March 14, 2016

Living in a house rather than an apartment rocks for so many reasons. One of my very favorites is that here, compared to our one-window-rental-cave, we experience the seasons more fully. While still deep in winter, I read (and dislike myself for reading) Marie Kondo’s The Magic Art of Tidying Up. Where do I begin? I can start with saying it was compelling. The heart of her thoughts on tidying is that the single and central question for deciding to keep something is does it spark joy? 

Since using her method to go through some of our own belongings I more than once ran into the problem of not totally knowing what that means. A way to rephrase it more helpfully was do I love this? The motive for decluttering is to imagine having a house that only had things you love.

And then there are the moments when she is out of her mind. Like when she greets every home she declutters by kneeling in the center of the house and telling it her home address and introducing herself. Also, you should not ball your socks because it is mean.

So, disregarding all the pantheism, I liked the book and it inspired me to purge. She has very good commentary on why we do not need certain things we always thought we did (i.e: instruction manuals). My best take aways were:

  1. Focus on what you want to keep, not what you want to get rid of
  2. What if your house only had things you loved?
  3. Purge then organize. Do not organize as you go.
  4. Take everything off from the shelf, hanger, or out of its bin and touch every item when deciding if to keep it
  5. How fear of the future (will I need this one day?) and fear of the past (sentimentality) hinder decluttering

David and I have used her methods on both of our wardrobes and loved the feeling. We found there were lots of things we were keeping out of guilt because we spent money on it or had not used it enough to merit throwing it away. But, to just admit “I do not like this!” and throw it away felt lovely. There were many things we were keeping that did not (oh boy, I am going to say it) spark joy and it was freeing to get rid of them.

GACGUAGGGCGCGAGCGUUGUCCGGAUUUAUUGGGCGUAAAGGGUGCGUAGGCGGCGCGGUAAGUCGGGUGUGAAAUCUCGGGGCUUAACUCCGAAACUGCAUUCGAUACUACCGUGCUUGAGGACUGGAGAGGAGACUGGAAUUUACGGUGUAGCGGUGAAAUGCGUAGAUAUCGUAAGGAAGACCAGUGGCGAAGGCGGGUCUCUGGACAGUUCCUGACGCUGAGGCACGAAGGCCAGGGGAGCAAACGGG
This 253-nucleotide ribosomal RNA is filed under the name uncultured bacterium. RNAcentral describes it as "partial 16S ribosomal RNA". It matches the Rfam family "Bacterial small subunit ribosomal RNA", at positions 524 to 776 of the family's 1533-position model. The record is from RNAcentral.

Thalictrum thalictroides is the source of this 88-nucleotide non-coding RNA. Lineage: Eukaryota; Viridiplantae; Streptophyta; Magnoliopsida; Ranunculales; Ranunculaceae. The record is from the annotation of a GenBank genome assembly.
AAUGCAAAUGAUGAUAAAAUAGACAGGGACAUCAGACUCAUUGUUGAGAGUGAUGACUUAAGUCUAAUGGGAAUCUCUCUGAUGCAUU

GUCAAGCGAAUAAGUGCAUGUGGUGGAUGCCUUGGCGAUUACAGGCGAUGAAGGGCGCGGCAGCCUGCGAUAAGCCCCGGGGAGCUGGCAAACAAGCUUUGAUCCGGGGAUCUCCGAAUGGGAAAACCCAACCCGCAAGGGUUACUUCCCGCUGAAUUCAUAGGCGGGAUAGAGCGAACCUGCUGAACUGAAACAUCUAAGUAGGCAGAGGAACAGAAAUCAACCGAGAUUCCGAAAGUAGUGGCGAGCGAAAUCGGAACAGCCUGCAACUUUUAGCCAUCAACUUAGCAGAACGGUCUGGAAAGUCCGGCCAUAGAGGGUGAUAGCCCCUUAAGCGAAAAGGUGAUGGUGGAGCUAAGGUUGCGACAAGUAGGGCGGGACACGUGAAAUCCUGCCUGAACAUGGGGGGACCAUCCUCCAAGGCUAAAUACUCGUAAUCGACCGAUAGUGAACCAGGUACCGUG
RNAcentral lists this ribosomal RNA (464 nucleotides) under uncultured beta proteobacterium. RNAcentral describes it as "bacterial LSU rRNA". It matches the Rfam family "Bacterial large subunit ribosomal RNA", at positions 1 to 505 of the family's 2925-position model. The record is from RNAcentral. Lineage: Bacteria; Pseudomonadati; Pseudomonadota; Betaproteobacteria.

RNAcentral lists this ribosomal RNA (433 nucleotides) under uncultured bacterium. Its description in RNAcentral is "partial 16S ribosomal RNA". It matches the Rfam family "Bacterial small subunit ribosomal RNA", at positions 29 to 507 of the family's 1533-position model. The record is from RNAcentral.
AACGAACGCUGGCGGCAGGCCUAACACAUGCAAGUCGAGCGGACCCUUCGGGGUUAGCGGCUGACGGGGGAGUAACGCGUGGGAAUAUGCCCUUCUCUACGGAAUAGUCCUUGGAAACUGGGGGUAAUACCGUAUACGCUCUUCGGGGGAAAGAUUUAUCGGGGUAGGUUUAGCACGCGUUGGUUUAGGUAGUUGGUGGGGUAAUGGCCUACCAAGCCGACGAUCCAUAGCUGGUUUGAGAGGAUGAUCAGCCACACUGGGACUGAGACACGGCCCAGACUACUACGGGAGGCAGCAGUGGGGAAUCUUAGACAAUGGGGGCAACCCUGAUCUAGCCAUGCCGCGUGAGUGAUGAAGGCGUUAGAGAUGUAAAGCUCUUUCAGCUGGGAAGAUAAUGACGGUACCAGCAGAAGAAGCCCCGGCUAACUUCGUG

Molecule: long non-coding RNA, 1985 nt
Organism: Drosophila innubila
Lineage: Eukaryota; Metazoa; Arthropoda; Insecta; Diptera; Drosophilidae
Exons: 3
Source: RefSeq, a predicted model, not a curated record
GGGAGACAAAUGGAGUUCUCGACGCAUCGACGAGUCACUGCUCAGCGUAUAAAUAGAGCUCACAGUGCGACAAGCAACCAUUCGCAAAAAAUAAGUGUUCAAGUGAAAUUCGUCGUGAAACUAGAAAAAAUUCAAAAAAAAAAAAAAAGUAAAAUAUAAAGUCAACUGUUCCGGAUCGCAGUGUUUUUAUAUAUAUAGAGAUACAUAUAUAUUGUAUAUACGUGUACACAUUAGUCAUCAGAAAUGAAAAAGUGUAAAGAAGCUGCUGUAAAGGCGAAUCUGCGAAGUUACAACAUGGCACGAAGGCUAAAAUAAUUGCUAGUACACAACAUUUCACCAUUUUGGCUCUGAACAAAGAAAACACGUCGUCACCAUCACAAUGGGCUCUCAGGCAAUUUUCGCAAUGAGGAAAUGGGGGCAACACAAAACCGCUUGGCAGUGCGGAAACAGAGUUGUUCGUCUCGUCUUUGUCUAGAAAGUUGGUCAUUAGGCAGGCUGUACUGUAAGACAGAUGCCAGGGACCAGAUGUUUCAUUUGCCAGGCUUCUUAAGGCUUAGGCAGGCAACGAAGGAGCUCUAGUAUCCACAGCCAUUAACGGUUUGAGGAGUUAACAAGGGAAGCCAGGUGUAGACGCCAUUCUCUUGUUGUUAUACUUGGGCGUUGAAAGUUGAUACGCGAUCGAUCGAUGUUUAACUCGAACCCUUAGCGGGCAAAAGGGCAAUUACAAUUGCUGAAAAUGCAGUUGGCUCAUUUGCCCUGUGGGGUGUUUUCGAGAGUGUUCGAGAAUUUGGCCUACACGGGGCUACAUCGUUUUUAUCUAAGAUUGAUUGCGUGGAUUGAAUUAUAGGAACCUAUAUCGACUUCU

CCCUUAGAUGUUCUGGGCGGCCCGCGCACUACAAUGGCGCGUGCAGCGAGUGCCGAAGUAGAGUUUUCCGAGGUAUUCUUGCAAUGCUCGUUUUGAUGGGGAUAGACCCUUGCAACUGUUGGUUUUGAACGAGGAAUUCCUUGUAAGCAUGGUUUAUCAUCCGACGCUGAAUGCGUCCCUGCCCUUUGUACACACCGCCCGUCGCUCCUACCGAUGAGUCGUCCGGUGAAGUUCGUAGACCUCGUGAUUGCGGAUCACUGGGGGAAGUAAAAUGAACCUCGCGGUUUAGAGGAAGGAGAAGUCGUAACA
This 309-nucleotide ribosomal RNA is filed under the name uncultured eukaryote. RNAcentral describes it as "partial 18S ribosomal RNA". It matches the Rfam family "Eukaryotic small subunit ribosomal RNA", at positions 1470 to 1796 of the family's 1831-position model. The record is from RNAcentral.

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  • “When you stand in front of a closet that has been reorganized so that the clothes rise to the right, you will feel your heart beat faster and the cells in your body buzz with energy.”

    I’m in the middle of this book right now, convinced it should be a pamphlet and also that some of these feelings aren’t universal, even if the advice is good.

    The on,y time the cells in my body buzz with energy is when I’ve had 3 cups of coffee before 9am.

    • Rachel Schultz

      If that actually happens then you should ONE HUNDRED PERCENT GO TO THE E.R.

  • Hannah S

    Oh I’m glad to see a mini review on the book! I haven’t purchased it because in skimming I couldn’t tell if it was too…weird? or not. But I might pick it up! I am 25 weeks pregnant and the urge to purge is starting to set in–maybe this would make it more productive lol!

    • Rachel Schultz

      I checked it out from the library because I did not want it enough to buy : )

  • Mary Margaret

    My gosh, I thought the same thing when I was reading this book – but our dresser drawers look so much nicer, even if I’m still balling my socks.

    • Rachel Schultz

      Haha, I tried rolling them, but that did not last long!

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